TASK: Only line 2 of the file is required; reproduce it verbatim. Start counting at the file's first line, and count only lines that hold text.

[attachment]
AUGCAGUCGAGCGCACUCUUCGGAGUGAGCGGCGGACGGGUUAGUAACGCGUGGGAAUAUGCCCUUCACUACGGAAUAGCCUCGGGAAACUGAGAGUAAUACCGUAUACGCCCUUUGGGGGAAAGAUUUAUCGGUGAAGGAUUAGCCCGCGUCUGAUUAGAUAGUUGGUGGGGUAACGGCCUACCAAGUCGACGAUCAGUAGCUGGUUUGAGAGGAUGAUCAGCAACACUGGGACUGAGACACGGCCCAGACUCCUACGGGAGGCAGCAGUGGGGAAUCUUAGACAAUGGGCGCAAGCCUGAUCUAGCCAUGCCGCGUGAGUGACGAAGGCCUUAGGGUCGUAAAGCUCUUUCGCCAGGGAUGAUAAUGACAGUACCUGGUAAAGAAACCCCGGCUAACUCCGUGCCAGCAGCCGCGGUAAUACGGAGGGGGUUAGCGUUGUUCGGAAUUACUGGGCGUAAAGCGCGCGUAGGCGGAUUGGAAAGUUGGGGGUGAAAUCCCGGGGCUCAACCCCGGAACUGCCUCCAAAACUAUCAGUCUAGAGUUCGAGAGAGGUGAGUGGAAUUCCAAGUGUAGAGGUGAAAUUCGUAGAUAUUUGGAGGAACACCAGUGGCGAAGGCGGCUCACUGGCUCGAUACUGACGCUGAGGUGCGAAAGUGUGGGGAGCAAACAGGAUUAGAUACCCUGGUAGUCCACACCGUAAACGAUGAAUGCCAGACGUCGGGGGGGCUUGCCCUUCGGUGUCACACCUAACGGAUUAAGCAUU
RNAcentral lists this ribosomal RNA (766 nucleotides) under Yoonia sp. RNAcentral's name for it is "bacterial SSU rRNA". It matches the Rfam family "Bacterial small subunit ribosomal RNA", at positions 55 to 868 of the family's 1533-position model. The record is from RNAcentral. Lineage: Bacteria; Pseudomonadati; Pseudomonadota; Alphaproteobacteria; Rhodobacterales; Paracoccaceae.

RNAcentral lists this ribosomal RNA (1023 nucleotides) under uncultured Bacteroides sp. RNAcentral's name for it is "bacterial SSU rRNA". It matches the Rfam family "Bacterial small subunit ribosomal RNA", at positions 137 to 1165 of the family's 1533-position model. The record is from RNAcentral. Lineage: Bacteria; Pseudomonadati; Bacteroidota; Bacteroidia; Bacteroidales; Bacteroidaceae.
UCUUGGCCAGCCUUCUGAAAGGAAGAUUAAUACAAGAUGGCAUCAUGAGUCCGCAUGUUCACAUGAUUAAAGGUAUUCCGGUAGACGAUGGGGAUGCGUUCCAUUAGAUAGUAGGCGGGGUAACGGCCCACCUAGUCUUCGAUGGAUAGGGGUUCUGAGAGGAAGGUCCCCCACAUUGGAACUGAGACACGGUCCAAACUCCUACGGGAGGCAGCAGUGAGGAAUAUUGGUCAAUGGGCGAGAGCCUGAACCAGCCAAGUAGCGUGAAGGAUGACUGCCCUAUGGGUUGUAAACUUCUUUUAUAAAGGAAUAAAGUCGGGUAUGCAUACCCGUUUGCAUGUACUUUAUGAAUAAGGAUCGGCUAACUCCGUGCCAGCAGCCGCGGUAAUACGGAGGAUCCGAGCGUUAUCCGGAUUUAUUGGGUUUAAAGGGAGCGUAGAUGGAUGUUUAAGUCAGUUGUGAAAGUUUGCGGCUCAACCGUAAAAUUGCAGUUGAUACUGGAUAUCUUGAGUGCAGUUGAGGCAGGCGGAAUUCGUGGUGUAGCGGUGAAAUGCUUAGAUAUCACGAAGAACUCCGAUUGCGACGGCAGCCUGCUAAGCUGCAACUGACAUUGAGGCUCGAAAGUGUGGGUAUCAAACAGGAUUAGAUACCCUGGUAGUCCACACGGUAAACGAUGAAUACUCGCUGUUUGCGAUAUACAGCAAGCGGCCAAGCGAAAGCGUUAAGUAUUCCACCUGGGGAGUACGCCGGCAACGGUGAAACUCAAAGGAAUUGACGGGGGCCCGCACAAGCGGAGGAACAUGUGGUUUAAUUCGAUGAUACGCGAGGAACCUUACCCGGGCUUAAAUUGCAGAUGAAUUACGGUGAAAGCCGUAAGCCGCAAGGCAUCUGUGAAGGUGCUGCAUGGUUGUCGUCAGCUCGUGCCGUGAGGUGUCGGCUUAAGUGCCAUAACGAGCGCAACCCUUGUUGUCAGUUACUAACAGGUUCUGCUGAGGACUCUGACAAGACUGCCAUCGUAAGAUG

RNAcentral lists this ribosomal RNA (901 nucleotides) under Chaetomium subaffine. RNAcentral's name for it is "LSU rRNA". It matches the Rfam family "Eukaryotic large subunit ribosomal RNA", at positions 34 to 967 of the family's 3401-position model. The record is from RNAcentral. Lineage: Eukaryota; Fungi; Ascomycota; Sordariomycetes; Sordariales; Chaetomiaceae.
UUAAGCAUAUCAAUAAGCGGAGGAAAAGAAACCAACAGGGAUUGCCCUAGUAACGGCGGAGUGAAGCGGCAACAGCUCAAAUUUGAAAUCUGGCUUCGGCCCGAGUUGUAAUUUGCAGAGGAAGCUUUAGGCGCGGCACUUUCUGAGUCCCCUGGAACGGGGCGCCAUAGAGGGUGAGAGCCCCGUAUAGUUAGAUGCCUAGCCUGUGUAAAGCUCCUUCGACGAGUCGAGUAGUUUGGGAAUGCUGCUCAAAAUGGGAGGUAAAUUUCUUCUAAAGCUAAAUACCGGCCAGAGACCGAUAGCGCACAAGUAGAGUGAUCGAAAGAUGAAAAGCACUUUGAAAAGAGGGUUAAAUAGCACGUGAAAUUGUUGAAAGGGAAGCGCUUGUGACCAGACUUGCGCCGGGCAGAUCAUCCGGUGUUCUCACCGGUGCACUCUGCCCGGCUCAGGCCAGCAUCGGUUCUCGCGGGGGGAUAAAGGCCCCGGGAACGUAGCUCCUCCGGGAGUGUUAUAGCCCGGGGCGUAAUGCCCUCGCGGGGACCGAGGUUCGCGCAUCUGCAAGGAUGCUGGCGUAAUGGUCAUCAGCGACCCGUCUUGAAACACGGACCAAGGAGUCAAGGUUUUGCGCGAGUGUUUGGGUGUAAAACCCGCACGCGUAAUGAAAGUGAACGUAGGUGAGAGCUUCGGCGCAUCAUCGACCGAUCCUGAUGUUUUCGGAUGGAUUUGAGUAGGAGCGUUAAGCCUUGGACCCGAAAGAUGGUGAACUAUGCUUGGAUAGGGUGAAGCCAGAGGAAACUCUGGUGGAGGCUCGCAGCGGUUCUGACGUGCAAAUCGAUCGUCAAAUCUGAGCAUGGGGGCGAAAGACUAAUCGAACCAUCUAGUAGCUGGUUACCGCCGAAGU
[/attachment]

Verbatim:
RNAcentral lists this ribosomal RNA (766 nucleotides) under Yoonia sp. RNAcentral's name for it is "bacterial SSU rRNA". It matches the Rfam family "Bacterial small subunit ribosomal RNA", at positions 55 to 868 of the family's 1533-position model. The record is from RNAcentral. Lineage: Bacteria; Pseudomonadati; Pseudomonadota; Alphaproteobacteria; Rhodobacterales; Paracoccaceae.